MLB rule changes go against what the game is all about
America’s pastime. The phrase has become synonymous all over Major League Baseball. As baseball evolves into new seasons, rules are being implemented in an effort to quicken the game and appeal to a younger audience. Many of the rules aren’t too debilitating to the way the game is played, but several key rule changes will do more harm than good.
There are the more radical, long-term rules like getting rid of the shift or implementing a pitch clock, and then there are the more pressing rules like forcing pitchers to face a minimum of three batters and totally changing up the structure of the postseason.
Three-batter minimum rule:
Baseball is all about strategy. One of these strategies involves using a left-handed reliever to get one or two batters out and then bring in another reliever to close out an inning or game. A new rule, which will go into effect beginning this upcoming season, will make it so all relievers need to face at least three batters before being able to leave the mound.
On its own website, MLB called the rule an effort to reduce the number of pitching changes and cut down the average length of the game.
On the surface, it seems MLB Commissioner Rob Manfred and his entourage are making the game run more smoothly. Digging a little deeper reveals that this is far from the truth.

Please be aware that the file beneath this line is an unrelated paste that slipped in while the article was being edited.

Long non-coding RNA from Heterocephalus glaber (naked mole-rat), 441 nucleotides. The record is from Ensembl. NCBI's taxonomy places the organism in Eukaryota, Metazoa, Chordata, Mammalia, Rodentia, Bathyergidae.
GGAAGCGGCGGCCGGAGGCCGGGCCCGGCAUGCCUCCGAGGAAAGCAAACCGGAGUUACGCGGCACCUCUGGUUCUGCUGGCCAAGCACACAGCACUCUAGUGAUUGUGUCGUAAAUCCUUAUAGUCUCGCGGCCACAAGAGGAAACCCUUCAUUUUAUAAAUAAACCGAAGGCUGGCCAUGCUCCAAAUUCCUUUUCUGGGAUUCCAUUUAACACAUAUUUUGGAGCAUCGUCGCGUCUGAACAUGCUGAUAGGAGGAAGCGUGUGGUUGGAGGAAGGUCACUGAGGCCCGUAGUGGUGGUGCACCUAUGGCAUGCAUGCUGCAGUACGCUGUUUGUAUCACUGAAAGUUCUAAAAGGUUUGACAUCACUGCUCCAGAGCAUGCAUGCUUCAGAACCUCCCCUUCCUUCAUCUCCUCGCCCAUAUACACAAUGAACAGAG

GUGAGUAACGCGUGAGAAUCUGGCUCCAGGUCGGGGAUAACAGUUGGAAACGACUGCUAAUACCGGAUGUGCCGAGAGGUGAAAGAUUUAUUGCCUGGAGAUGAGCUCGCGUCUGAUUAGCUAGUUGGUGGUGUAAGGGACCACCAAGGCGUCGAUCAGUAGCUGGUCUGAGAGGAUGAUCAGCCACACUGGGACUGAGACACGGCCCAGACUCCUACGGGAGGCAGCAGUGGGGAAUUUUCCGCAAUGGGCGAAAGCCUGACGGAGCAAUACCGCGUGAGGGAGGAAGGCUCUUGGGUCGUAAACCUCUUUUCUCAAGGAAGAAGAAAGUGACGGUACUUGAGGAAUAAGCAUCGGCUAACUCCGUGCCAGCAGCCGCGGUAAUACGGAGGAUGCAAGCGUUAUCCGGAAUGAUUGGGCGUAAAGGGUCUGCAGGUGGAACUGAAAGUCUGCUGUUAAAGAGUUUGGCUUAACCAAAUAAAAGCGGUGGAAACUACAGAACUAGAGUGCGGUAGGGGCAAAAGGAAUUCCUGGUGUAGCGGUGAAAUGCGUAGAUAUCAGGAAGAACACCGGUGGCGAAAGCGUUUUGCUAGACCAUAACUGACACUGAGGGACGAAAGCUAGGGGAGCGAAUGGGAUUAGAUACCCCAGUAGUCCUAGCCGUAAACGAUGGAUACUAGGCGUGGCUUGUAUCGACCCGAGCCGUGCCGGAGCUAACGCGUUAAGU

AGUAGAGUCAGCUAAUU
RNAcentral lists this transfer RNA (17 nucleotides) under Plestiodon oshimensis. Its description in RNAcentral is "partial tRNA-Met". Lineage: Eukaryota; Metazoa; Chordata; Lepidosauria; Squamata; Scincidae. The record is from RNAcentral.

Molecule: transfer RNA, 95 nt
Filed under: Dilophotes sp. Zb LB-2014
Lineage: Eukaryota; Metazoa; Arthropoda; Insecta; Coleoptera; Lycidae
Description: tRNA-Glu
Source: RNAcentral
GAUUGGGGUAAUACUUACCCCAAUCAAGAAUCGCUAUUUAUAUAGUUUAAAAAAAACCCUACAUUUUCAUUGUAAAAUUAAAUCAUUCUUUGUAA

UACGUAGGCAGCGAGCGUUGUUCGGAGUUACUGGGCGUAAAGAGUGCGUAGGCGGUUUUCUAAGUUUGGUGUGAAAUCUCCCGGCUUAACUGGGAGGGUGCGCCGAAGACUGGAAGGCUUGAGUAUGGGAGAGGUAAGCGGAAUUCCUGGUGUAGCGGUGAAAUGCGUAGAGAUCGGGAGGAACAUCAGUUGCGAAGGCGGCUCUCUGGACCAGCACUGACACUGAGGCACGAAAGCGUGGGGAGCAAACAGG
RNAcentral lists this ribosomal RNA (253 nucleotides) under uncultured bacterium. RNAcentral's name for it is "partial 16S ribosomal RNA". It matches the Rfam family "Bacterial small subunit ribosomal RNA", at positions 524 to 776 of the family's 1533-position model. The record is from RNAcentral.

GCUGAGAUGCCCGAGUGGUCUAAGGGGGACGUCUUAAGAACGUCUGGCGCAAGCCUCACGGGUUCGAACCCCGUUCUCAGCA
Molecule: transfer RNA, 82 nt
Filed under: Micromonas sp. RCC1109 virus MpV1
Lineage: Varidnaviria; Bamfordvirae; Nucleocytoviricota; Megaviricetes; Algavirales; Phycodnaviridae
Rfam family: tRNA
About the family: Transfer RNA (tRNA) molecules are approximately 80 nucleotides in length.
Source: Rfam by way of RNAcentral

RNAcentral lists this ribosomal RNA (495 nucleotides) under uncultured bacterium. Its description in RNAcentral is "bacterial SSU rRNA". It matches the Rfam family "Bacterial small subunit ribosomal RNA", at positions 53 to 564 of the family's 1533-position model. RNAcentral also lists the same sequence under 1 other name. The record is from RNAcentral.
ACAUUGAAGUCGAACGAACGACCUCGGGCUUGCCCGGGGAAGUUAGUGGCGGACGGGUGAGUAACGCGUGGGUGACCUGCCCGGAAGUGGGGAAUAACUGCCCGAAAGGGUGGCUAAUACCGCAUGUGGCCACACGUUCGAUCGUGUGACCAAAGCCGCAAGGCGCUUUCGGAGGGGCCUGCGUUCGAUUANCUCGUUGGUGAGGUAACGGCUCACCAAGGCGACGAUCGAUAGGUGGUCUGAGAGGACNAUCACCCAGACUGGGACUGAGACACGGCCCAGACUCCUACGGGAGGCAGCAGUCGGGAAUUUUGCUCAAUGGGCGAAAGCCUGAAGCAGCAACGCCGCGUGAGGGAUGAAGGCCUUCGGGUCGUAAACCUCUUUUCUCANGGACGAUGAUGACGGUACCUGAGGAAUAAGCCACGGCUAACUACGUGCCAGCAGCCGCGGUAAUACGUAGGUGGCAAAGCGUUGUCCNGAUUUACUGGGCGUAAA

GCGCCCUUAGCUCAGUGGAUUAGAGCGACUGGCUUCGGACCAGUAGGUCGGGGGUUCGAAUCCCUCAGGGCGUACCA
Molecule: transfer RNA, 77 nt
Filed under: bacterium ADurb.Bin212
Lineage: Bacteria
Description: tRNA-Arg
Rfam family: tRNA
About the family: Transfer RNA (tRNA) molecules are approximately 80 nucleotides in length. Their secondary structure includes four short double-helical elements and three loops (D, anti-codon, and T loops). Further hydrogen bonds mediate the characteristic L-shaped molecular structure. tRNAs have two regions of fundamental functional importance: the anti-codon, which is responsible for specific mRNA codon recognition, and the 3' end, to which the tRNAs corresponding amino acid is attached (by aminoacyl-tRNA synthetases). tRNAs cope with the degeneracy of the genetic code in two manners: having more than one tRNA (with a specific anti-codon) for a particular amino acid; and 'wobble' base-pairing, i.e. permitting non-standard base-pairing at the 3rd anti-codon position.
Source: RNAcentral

Again, baseball revolves around strategy. To mess with the strategy of the game is to play with fire—a big, multi-billion dollar fire. As Sports Illustrated put it, “Messing with strategy to attempt to solve a pace of game problem is a wrong-headed approach.”
Take the San Francisco Giants for example. In the 2010s, they would frequently use left-handed relievers like Javier Lopez and Jeremy Affeldt to get critical outs against left-handed batters.
If the three-batter minimum rule was ushered in back then, it would’ve been a different ballgame for all involved. The Giants may not have even won all three of their World Series titles.
Bringing in the new rule would not only be a strategist’s nightmare, but also would fail to accomplish the initial goal to make the game go faster. It’s an odd rule all around, and other stats weren’t taken into account before its inception.
Altered postseason structure:
The details of the new postseason format are very intricate, but to put it in broad terms, the number of teams in both leagues making it to the postseason would increase from five to seven. Opportunities to automatically advance to the next round and manually pick their opponents on a live television show would come to fruition.
No words can describe the sheer ridiculousness of these new postseason rules. It seems as if Rob Manfred has lost his mind.
Baseball is already becoming a money-grab reality TV show. The powers that be don’t need to add insult to injury.
The point of the postseason is only a select few make it in, and an even smaller number move on to higher rounds without weird caveats. Luckily, these new postseason rules are just proposals, as they would destroy baseball from the inside out.
Yet again, baseball has been and should continue to be about enjoying the game for what it is and not trying to throw curveballs into the mix. These rules are ambitious, but aren’t beneficial to anyone except the people at the very top of the totem pole. It’s in the best interest of Rob Manfred and his cohort to leave the game alone and stay faithful to the notion of baseball being America’s Pastime.
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